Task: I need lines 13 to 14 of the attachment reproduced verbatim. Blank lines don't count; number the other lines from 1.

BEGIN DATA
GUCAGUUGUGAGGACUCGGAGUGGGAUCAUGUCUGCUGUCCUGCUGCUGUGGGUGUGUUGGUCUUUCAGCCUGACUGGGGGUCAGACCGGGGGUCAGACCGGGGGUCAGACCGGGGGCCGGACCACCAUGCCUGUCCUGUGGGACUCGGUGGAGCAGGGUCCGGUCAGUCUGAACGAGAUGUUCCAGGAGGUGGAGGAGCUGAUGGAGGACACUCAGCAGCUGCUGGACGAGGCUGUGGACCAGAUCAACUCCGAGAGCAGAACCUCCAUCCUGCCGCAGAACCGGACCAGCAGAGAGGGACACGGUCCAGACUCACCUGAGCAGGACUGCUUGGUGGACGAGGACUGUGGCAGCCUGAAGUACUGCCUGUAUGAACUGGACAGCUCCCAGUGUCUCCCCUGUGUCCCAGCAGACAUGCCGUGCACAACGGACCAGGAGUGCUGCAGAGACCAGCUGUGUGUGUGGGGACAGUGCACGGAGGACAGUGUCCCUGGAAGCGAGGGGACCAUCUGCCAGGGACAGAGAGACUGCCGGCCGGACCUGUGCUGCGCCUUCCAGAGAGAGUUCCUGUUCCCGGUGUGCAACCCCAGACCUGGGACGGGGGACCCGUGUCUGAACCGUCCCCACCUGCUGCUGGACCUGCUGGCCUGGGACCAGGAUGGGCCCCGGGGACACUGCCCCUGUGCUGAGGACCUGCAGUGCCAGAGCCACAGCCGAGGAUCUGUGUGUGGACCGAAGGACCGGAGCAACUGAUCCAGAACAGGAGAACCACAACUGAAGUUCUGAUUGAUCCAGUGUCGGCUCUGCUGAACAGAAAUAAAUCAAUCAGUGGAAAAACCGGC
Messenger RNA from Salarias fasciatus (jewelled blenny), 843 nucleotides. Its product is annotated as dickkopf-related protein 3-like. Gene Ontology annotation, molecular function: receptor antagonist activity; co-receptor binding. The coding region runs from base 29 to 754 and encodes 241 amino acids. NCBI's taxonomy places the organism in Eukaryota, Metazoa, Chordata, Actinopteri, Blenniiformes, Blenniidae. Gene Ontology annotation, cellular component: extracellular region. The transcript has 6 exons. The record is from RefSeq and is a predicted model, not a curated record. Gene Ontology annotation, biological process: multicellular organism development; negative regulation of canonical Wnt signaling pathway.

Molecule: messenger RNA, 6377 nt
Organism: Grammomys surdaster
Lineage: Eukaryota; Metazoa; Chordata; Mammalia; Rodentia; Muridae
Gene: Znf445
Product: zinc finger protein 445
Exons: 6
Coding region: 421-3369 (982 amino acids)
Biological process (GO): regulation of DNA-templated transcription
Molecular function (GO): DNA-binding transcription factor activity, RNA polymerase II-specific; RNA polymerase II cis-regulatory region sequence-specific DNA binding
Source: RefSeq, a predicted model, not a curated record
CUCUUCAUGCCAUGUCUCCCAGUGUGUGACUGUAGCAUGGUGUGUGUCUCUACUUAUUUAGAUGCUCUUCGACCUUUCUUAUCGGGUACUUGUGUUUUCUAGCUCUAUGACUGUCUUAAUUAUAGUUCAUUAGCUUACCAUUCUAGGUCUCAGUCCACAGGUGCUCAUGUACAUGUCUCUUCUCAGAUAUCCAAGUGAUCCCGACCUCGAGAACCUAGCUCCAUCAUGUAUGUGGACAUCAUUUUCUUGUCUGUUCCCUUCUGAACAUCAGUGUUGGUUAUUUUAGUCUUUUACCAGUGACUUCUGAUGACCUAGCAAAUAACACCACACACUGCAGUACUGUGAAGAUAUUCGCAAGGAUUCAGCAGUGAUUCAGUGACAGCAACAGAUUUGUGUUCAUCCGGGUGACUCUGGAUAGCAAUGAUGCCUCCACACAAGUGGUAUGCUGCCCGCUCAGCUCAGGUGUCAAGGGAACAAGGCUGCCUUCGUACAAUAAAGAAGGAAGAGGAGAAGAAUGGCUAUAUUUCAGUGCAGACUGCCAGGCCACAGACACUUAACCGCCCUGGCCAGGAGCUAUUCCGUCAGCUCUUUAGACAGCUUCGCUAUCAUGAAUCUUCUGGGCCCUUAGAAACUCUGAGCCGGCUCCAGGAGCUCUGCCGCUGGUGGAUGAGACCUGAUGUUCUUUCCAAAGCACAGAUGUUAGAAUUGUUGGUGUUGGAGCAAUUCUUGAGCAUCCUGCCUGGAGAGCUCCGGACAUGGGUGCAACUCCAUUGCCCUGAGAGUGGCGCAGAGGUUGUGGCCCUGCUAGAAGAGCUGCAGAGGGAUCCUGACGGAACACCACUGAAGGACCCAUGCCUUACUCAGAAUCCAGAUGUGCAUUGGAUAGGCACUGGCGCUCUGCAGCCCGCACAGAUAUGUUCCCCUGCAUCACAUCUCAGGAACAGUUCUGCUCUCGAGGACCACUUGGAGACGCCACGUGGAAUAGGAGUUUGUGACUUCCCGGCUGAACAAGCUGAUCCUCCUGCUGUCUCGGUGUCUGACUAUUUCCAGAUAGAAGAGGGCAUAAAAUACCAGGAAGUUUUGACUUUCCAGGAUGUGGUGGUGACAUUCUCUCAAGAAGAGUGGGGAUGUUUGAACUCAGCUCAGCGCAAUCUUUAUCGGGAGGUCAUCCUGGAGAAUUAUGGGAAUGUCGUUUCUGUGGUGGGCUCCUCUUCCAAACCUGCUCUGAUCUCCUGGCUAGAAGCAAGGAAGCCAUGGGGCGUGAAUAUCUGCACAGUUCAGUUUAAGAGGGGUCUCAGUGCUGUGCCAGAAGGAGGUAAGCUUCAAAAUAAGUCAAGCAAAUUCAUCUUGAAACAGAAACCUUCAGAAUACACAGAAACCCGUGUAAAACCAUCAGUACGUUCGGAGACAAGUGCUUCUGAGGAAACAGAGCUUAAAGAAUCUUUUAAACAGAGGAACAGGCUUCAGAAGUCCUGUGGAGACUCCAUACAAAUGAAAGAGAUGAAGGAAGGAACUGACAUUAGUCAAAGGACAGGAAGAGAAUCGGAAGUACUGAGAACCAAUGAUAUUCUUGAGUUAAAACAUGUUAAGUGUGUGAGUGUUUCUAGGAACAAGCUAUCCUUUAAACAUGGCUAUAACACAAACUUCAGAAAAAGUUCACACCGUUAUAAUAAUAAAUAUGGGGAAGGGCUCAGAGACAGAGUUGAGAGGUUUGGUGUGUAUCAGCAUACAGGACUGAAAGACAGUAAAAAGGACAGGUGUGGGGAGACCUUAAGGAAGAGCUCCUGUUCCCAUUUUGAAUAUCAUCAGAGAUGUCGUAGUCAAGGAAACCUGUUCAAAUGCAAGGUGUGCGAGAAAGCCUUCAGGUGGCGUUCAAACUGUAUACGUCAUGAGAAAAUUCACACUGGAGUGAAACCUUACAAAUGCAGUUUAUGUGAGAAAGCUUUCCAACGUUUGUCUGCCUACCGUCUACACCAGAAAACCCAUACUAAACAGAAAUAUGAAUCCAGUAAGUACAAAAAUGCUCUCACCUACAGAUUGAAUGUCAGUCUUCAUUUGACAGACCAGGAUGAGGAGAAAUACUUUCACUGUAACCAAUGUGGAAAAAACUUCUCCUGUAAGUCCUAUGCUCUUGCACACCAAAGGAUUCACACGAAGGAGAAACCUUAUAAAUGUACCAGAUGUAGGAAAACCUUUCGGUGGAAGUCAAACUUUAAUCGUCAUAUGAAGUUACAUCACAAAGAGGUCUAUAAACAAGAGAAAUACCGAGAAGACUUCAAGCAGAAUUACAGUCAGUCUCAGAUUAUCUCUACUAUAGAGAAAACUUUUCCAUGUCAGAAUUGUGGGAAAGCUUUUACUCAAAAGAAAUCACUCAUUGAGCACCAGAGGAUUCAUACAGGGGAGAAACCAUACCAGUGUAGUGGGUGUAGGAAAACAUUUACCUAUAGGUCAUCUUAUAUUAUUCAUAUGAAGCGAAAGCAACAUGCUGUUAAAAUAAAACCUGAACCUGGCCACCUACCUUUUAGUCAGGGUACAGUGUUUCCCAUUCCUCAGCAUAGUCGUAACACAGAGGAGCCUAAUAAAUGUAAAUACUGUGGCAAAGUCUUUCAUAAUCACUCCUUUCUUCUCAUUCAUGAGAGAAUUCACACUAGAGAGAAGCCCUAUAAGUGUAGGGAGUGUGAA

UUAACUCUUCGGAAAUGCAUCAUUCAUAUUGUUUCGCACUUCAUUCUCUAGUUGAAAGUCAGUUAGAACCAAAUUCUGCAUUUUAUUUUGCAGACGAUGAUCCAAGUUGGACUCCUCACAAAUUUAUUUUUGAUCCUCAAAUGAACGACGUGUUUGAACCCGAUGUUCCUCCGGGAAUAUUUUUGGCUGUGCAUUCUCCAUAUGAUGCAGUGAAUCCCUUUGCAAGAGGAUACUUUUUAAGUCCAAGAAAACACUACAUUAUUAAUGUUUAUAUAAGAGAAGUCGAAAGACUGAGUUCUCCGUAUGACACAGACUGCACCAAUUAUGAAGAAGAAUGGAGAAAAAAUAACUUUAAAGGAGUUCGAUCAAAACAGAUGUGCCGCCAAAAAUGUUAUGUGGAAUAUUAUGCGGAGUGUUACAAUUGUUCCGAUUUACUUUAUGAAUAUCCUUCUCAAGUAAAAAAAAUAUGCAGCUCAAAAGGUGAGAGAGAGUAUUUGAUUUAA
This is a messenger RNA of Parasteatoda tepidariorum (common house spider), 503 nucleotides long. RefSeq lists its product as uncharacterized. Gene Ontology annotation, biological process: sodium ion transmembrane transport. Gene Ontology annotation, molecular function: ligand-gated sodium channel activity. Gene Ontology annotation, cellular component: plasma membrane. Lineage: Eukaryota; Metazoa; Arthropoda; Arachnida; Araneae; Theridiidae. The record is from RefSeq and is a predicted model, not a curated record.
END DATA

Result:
CUCUUCAUGCCAUGUCUCCCAGUGUGUGACUGUAGCAUGGUGUGUGUCUCUACUUAUUUAGAUGCUCUUCGACCUUUCUUAUCGGGUACUUGUGUUUUCUAGCUCUAUGACUGUCUUAAUUAUAGUUCAUUAGCUUACCAUUCUAGGUCUCAGUCCACAGGUGCUCAUGUACAUGUCUCUUCUCAGAUAUCCAAGUGAUCCCGACCUCGAGAACCUAGCUCCAUCAUGUAUGUGGACAUCAUUUUCUUGUCUGUUCCCUUCUGAACAUCAGUGUUGGUUAUUUUAGUCUUUUACCAGUGACUUCUGAUGACCUAGCAAAUAACACCACACACUGCAGUACUGUGAAGAUAUUCGCAAGGAUUCAGCAGUGAUUCAGUGACAGCAACAGAUUUGUGUUCAUCCGGGUGACUCUGGAUAGCAAUGAUGCCUCCACACAAGUGGUAUGCUGCCCGCUCAGCUCAGGUGUCAAGGGAACAAGGCUGCCUUCGUACAAUAAAGAAGGAAGAGGAGAAGAAUGGCUAUAUUUCAGUGCAGACUGCCAGGCCACAGACACUUAACCGCCCUGGCCAGGAGCUAUUCCGUCAGCUCUUUAGACAGCUUCGCUAUCAUGAAUCUUCUGGGCCCUUAGAAACUCUGAGCCGGCUCCAGGAGCUCUGCCGCUGGUGGAUGAGACCUGAUGUUCUUUCCAAAGCACAGAUGUUAGAAUUGUUGGUGUUGGAGCAAUUCUUGAGCAUCCUGCCUGGAGAGCUCCGGACAUGGGUGCAACUCCAUUGCCCUGAGAGUGGCGCAGAGGUUGUGGCCCUGCUAGAAGAGCUGCAGAGGGAUCCUGACGGAACACCACUGAAGGACCCAUGCCUUACUCAGAAUCCAGAUGUGCAUUGGAUAGGCACUGGCGCUCUGCAGCCCGCACAGAUAUGUUCCCCUGCAUCACAUCUCAGGAACAGUUCUGCUCUCGAGGACCACUUGGAGACGCCACGUGGAAUAGGAGUUUGUGACUUCCCGGCUGAACAAGCUGAUCCUCCUGCUGUCUCGGUGUCUGACUAUUUCCAGAUAGAAGAGGGCAUAAAAUACCAGGAAGUUUUGACUUUCCAGGAUGUGGUGGUGACAUUCUCUCAAGAAGAGUGGGGAUGUUUGAACUCAGCUCAGCGCAAUCUUUAUCGGGAGGUCAUCCUGGAGAAUUAUGGGAAUGUCGUUUCUGUGGUGGGCUCCUCUUCCAAACCUGCUCUGAUCUCCUGGCUAGAAGCAAGGAAGCCAUGGGGCGUGAAUAUCUGCACAGUUCAGUUUAAGAGGGGUCUCAGUGCUGUGCCAGAAGGAGGUAAGCUUCAAAAUAAGUCAAGCAAAUUCAUCUUGAAACAGAAACCUUCAGAAUACACAGAAACCCGUGUAAAACCAUCAGUACGUUCGGAGACAAGUGCUUCUGAGGAAACAGAGCUUAAAGAAUCUUUUAAACAGAGGAACAGGCUUCAGAAGUCCUGUGGAGACUCCAUACAAAUGAAAGAGAUGAAGGAAGGAACUGACAUUAGUCAAAGGACAGGAAGAGAAUCGGAAGUACUGAGAACCAAUGAUAUUCUUGAGUUAAAACAUGUUAAGUGUGUGAGUGUUUCUAGGAACAAGCUAUCCUUUAAACAUGGCUAUAACACAAACUUCAGAAAAAGUUCACACCGUUAUAAUAAUAAAUAUGGGGAAGGGCUCAGAGACAGAGUUGAGAGGUUUGGUGUGUAUCAGCAUACAGGACUGAAAGACAGUAAAAAGGACAGGUGUGGGGAGACCUUAAGGAAGAGCUCCUGUUCCCAUUUUGAAUAUCAUCAGAGAUGUCGUAGUCAAGGAAACCUGUUCAAAUGCAAGGUGUGCGAGAAAGCCUUCAGGUGGCGUUCAAACUGUAUACGUCAUGAGAAAAUUCACACUGGAGUGAAACCUUACAAAUGCAGUUUAUGUGAGAAAGCUUUCCAACGUUUGUCUGCCUACCGUCUACACCAGAAAACCCAUACUAAACAGAAAUAUGAAUCCAGUAAGUACAAAAAUGCUCUCACCUACAGAUUGAAUGUCAGUCUUCAUUUGACAGACCAGGAUGAGGAGAAAUACUUUCACUGUAACCAAUGUGGAAAAAACUUCUCCUGUAAGUCCUAUGCUCUUGCACACCAAAGGAUUCACACGAAGGAGAAACCUUAUAAAUGUACCAGAUGUAGGAAAACCUUUCGGUGGAAGUCAAACUUUAAUCGUCAUAUGAAGUUACAUCACAAAGAGGUCUAUAAACAAGAGAAAUACCGAGAAGACUUCAAGCAGAAUUACAGUCAGUCUCAGAUUAUCUCUACUAUAGAGAAAACUUUUCCAUGUCAGAAUUGUGGGAAAGCUUUUACUCAAAAGAAAUCACUCAUUGAGCACCAGAGGAUUCAUACAGGGGAGAAACCAUACCAGUGUAGUGGGUGUAGGAAAACAUUUACCUAUAGGUCAUCUUAUAUUAUUCAUAUGAAGCGAAAGCAACAUGCUGUUAAAAUAAAACCUGAACCUGGCCACCUACCUUUUAGUCAGGGUACAGUGUUUCCCAUUCCUCAGCAUAGUCGUAACACAGAGGAGCCUAAUAAAUGUAAAUACUGUGGCAAAGUCUUUCAUAAUCACUCCUUUCUUCUCAUUCAUGAGAGAAUUCACACUAGAGAGAAGCCCUAUAAGUGUAGGGAGUGUGAA

UUAACUCUUCGGAAAUGCAUCAUUCAUAUUGUUUCGCACUUCAUUCUCUAGUUGAAAGUCAGUUAGAACCAAAUUCUGCAUUUUAUUUUGCAGACGAUGAUCCAAGUUGGACUCCUCACAAAUUUAUUUUUGAUCCUCAAAUGAACGACGUGUUUGAACCCGAUGUUCCUCCGGGAAUAUUUUUGGCUGUGCAUUCUCCAUAUGAUGCAGUGAAUCCCUUUGCAAGAGGAUACUUUUUAAGUCCAAGAAAACACUACAUUAUUAAUGUUUAUAUAAGAGAAGUCGAAAGACUGAGUUCUCCGUAUGACACAGACUGCACCAAUUAUGAAGAAGAAUGGAGAAAAAAUAACUUUAAAGGAGUUCGAUCAAAACAGAUGUGCCGCCAAAAAUGUUAUGUGGAAUAUUAUGCGGAGUGUUACAAUUGUUCCGAUUUACUUUAUGAAUAUCCUUCUCAAGUAAAAAAAAUAUGCAGCUCAAAAGGUGAGAGAGAGUAUUUGAUUUAA